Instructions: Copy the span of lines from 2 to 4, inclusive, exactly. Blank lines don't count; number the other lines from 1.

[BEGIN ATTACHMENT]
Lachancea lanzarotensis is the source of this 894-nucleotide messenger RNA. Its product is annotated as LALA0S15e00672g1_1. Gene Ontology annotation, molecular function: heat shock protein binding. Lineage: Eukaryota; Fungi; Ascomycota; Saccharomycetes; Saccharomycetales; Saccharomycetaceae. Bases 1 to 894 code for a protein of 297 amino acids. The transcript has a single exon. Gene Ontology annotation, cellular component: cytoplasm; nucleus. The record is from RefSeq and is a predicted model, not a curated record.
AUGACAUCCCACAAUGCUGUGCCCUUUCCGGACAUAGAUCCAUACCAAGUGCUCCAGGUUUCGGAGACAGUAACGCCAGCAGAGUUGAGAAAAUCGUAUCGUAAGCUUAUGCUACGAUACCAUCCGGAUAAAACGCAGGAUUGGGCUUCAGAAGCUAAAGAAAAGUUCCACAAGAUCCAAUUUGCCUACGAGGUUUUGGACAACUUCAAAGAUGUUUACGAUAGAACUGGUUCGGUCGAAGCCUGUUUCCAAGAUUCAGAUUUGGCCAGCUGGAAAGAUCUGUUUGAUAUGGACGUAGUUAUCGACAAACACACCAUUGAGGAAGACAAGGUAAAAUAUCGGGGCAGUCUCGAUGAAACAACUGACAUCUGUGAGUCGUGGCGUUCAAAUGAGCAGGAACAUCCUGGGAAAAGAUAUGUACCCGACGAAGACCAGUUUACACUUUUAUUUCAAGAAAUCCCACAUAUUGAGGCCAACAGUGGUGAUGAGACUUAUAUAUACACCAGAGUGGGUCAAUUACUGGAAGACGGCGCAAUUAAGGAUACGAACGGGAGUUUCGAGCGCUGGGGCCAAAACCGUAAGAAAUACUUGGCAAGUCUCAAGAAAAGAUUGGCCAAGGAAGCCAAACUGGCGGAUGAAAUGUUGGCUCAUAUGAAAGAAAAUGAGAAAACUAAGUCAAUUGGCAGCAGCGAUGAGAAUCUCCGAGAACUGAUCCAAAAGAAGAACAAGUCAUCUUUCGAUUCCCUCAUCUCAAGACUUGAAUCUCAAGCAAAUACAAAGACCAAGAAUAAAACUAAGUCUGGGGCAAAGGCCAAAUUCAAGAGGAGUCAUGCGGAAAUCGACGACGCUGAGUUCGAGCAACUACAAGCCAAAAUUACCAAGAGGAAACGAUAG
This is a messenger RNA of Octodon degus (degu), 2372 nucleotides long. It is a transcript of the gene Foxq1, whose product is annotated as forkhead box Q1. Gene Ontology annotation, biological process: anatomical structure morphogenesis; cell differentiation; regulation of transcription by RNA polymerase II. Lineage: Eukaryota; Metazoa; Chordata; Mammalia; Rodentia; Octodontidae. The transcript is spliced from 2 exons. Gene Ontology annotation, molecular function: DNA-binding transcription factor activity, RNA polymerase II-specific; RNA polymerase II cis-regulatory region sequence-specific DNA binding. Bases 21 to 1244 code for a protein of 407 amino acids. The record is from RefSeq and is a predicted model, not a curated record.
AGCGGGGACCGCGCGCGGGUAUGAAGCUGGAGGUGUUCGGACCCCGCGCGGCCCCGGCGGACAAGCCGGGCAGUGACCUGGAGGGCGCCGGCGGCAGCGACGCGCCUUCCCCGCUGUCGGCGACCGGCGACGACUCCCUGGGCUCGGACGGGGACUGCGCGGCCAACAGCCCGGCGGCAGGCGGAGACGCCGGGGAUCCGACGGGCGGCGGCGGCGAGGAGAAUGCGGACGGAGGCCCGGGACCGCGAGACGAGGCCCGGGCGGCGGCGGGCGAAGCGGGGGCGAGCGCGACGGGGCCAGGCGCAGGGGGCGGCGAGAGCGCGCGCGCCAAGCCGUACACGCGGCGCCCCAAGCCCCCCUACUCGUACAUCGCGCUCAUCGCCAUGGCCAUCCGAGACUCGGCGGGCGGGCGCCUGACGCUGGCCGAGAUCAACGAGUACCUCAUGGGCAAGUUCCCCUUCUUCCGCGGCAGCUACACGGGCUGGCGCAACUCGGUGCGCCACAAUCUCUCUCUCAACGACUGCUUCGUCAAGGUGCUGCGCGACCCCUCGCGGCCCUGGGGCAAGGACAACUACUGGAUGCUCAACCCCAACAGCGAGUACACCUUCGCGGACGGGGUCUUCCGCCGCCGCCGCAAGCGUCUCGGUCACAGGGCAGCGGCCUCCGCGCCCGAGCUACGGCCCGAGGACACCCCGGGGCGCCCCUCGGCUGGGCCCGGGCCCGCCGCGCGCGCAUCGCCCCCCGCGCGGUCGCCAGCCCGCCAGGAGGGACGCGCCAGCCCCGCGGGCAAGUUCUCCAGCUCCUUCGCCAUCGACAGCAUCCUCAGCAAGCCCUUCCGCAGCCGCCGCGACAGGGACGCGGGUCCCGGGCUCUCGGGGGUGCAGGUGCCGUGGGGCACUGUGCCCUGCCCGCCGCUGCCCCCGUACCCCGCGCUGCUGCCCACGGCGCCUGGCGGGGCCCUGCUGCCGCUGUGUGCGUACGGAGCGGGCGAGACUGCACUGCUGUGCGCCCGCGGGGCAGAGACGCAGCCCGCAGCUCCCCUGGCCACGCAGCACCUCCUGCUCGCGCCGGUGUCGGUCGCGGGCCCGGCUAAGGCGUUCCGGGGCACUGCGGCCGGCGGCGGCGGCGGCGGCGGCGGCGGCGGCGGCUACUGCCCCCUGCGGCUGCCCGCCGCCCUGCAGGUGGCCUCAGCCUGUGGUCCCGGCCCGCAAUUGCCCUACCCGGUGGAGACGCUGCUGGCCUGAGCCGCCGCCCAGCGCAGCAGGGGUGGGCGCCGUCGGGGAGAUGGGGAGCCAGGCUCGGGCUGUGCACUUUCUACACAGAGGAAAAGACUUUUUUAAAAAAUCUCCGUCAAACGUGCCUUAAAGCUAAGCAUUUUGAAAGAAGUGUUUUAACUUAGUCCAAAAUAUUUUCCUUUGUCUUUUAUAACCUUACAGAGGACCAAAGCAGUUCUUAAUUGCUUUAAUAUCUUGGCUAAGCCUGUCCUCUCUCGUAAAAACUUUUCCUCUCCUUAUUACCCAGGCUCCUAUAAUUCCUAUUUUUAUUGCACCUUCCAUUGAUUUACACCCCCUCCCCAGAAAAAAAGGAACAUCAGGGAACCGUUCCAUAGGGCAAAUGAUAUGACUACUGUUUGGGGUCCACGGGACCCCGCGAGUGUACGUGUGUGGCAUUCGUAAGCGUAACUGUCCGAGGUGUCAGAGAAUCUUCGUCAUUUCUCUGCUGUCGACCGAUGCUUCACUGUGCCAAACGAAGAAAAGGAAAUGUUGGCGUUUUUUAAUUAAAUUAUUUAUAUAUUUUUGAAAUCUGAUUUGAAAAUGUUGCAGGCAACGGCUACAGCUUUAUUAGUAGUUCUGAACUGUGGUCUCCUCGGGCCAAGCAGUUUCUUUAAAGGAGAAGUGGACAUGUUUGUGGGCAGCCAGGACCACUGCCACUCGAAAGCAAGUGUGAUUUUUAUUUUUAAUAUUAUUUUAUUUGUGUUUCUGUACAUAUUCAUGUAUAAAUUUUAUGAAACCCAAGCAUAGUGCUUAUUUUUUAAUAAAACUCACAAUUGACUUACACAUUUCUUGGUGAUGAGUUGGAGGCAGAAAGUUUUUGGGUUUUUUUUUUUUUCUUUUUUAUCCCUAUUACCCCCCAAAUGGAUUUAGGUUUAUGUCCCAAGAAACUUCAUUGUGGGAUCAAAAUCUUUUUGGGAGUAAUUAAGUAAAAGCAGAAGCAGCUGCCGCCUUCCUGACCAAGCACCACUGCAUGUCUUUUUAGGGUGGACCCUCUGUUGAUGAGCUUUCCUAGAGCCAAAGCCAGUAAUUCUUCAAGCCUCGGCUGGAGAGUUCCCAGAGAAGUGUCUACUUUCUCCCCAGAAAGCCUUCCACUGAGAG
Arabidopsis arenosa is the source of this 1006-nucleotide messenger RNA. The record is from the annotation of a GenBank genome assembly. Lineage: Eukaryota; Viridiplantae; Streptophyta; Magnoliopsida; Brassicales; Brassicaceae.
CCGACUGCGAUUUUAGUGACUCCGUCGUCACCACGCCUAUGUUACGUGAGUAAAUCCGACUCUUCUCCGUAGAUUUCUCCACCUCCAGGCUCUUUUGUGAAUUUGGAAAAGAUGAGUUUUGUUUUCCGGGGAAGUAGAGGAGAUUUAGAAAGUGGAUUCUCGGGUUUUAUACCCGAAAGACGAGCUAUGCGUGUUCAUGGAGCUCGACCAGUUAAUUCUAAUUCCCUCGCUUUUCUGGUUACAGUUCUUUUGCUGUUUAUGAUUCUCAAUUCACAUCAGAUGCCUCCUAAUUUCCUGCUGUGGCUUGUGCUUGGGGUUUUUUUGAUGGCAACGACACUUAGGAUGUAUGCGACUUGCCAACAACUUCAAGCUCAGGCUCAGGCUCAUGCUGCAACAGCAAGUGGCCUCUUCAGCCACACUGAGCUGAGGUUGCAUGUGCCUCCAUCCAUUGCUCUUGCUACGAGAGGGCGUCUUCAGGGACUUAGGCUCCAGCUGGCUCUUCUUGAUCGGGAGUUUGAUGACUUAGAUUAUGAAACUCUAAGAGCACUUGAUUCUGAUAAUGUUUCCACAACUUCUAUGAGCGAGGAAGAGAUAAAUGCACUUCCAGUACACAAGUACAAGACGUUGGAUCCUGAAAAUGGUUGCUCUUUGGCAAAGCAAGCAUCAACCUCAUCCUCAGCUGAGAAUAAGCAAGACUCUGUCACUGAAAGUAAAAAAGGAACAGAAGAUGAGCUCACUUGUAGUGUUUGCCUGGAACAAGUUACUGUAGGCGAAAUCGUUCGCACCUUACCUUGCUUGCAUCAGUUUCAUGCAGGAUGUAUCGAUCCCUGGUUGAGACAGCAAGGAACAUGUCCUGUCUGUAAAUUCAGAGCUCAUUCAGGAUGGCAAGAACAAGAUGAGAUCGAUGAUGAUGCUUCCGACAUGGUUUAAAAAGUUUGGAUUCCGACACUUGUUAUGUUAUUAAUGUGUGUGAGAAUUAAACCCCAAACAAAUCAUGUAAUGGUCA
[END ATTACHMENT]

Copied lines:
AUGACAUCCCACAAUGCUGUGCCCUUUCCGGACAUAGAUCCAUACCAAGUGCUCCAGGUUUCGGAGACAGUAACGCCAGCAGAGUUGAGAAAAUCGUAUCGUAAGCUUAUGCUACGAUACCAUCCGGAUAAAACGCAGGAUUGGGCUUCAGAAGCUAAAGAAAAGUUCCACAAGAUCCAAUUUGCCUACGAGGUUUUGGACAACUUCAAAGAUGUUUACGAUAGAACUGGUUCGGUCGAAGCCUGUUUCCAAGAUUCAGAUUUGGCCAGCUGGAAAGAUCUGUUUGAUAUGGACGUAGUUAUCGACAAACACACCAUUGAGGAAGACAAGGUAAAAUAUCGGGGCAGUCUCGAUGAAACAACUGACAUCUGUGAGUCGUGGCGUUCAAAUGAGCAGGAACAUCCUGGGAAAAGAUAUGUACCCGACGAAGACCAGUUUACACUUUUAUUUCAAGAAAUCCCACAUAUUGAGGCCAACAGUGGUGAUGAGACUUAUAUAUACACCAGAGUGGGUCAAUUACUGGAAGACGGCGCAAUUAAGGAUACGAACGGGAGUUUCGAGCGCUGGGGCCAAAACCGUAAGAAAUACUUGGCAAGUCUCAAGAAAAGAUUGGCCAAGGAAGCCAAACUGGCGGAUGAAAUGUUGGCUCAUAUGAAAGAAAAUGAGAAAACUAAGUCAAUUGGCAGCAGCGAUGAGAAUCUCCGAGAACUGAUCCAAAAGAAGAACAAGUCAUCUUUCGAUUCCCUCAUCUCAAGACUUGAAUCUCAAGCAAAUACAAAGACCAAGAAUAAAACUAAGUCUGGGGCAAAGGCCAAAUUCAAGAGGAGUCAUGCGGAAAUCGACGACGCUGAGUUCGAGCAACUACAAGCCAAAAUUACCAAGAGGAAACGAUAG
This is a messenger RNA of Octodon degus (degu), 2372 nucleotides long. It is a transcript of the gene Foxq1, whose product is annotated as forkhead box Q1. Gene Ontology annotation, biological process: anatomical structure morphogenesis; cell differentiation; regulation of transcription by RNA polymerase II. Lineage: Eukaryota; Metazoa; Chordata; Mammalia; Rodentia; Octodontidae. The transcript is spliced from 2 exons. Gene Ontology annotation, molecular function: DNA-binding transcription factor activity, RNA polymerase II-specific; RNA polymerase II cis-regulatory region sequence-specific DNA binding. Bases 21 to 1244 code for a protein of 407 amino acids. The record is from RefSeq and is a predicted model, not a curated record.
AGCGGGGACCGCGCGCGGGUAUGAAGCUGGAGGUGUUCGGACCCCGCGCGGCCCCGGCGGACAAGCCGGGCAGUGACCUGGAGGGCGCCGGCGGCAGCGACGCGCCUUCCCCGCUGUCGGCGACCGGCGACGACUCCCUGGGCUCGGACGGGGACUGCGCGGCCAACAGCCCGGCGGCAGGCGGAGACGCCGGGGAUCCGACGGGCGGCGGCGGCGAGGAGAAUGCGGACGGAGGCCCGGGACCGCGAGACGAGGCCCGGGCGGCGGCGGGCGAAGCGGGGGCGAGCGCGACGGGGCCAGGCGCAGGGGGCGGCGAGAGCGCGCGCGCCAAGCCGUACACGCGGCGCCCCAAGCCCCCCUACUCGUACAUCGCGCUCAUCGCCAUGGCCAUCCGAGACUCGGCGGGCGGGCGCCUGACGCUGGCCGAGAUCAACGAGUACCUCAUGGGCAAGUUCCCCUUCUUCCGCGGCAGCUACACGGGCUGGCGCAACUCGGUGCGCCACAAUCUCUCUCUCAACGACUGCUUCGUCAAGGUGCUGCGCGACCCCUCGCGGCCCUGGGGCAAGGACAACUACUGGAUGCUCAACCCCAACAGCGAGUACACCUUCGCGGACGGGGUCUUCCGCCGCCGCCGCAAGCGUCUCGGUCACAGGGCAGCGGCCUCCGCGCCCGAGCUACGGCCCGAGGACACCCCGGGGCGCCCCUCGGCUGGGCCCGGGCCCGCCGCGCGCGCAUCGCCCCCCGCGCGGUCGCCAGCCCGCCAGGAGGGACGCGCCAGCCCCGCGGGCAAGUUCUCCAGCUCCUUCGCCAUCGACAGCAUCCUCAGCAAGCCCUUCCGCAGCCGCCGCGACAGGGACGCGGGUCCCGGGCUCUCGGGGGUGCAGGUGCCGUGGGGCACUGUGCCCUGCCCGCCGCUGCCCCCGUACCCCGCGCUGCUGCCCACGGCGCCUGGCGGGGCCCUGCUGCCGCUGUGUGCGUACGGAGCGGGCGAGACUGCACUGCUGUGCGCCCGCGGGGCAGAGACGCAGCCCGCAGCUCCCCUGGCCACGCAGCACCUCCUGCUCGCGCCGGUGUCGGUCGCGGGCCCGGCUAAGGCGUUCCGGGGCACUGCGGCCGGCGGCGGCGGCGGCGGCGGCGGCGGCGGCGGCUACUGCCCCCUGCGGCUGCCCGCCGCCCUGCAGGUGGCCUCAGCCUGUGGUCCCGGCCCGCAAUUGCCCUACCCGGUGGAGACGCUGCUGGCCUGAGCCGCCGCCCAGCGCAGCAGGGGUGGGCGCCGUCGGGGAGAUGGGGAGCCAGGCUCGGGCUGUGCACUUUCUACACAGAGGAAAAGACUUUUUUAAAAAAUCUCCGUCAAACGUGCCUUAAAGCUAAGCAUUUUGAAAGAAGUGUUUUAACUUAGUCCAAAAUAUUUUCCUUUGUCUUUUAUAACCUUACAGAGGACCAAAGCAGUUCUUAAUUGCUUUAAUAUCUUGGCUAAGCCUGUCCUCUCUCGUAAAAACUUUUCCUCUCCUUAUUACCCAGGCUCCUAUAAUUCCUAUUUUUAUUGCACCUUCCAUUGAUUUACACCCCCUCCCCAGAAAAAAAGGAACAUCAGGGAACCGUUCCAUAGGGCAAAUGAUAUGACUACUGUUUGGGGUCCACGGGACCCCGCGAGUGUACGUGUGUGGCAUUCGUAAGCGUAACUGUCCGAGGUGUCAGAGAAUCUUCGUCAUUUCUCUGCUGUCGACCGAUGCUUCACUGUGCCAAACGAAGAAAAGGAAAUGUUGGCGUUUUUUAAUUAAAUUAUUUAUAUAUUUUUGAAAUCUGAUUUGAAAAUGUUGCAGGCAACGGCUACAGCUUUAUUAGUAGUUCUGAACUGUGGUCUCCUCGGGCCAAGCAGUUUCUUUAAAGGAGAAGUGGACAUGUUUGUGGGCAGCCAGGACCACUGCCACUCGAAAGCAAGUGUGAUUUUUAUUUUUAAUAUUAUUUUAUUUGUGUUUCUGUACAUAUUCAUGUAUAAAUUUUAUGAAACCCAAGCAUAGUGCUUAUUUUUUAAUAAAACUCACAAUUGACUUACACAUUUCUUGGUGAUGAGUUGGAGGCAGAAAGUUUUUGGGUUUUUUUUUUUUUCUUUUUUAUCCCUAUUACCCCCCAAAUGGAUUUAGGUUUAUGUCCCAAGAAACUUCAUUGUGGGAUCAAAAUCUUUUUGGGAGUAAUUAAGUAAAAGCAGAAGCAGCUGCCGCCUUCCUGACCAAGCACCACUGCAUGUCUUUUUAGGGUGGACCCUCUGUUGAUGAGCUUUCCUAGAGCCAAAGCCAGUAAUUCUUCAAGCCUCGGCUGGAGAGUUCCCAGAGAAGUGUCUACUUUCUCCCCAGAAAGCCUUCCACUGAGAG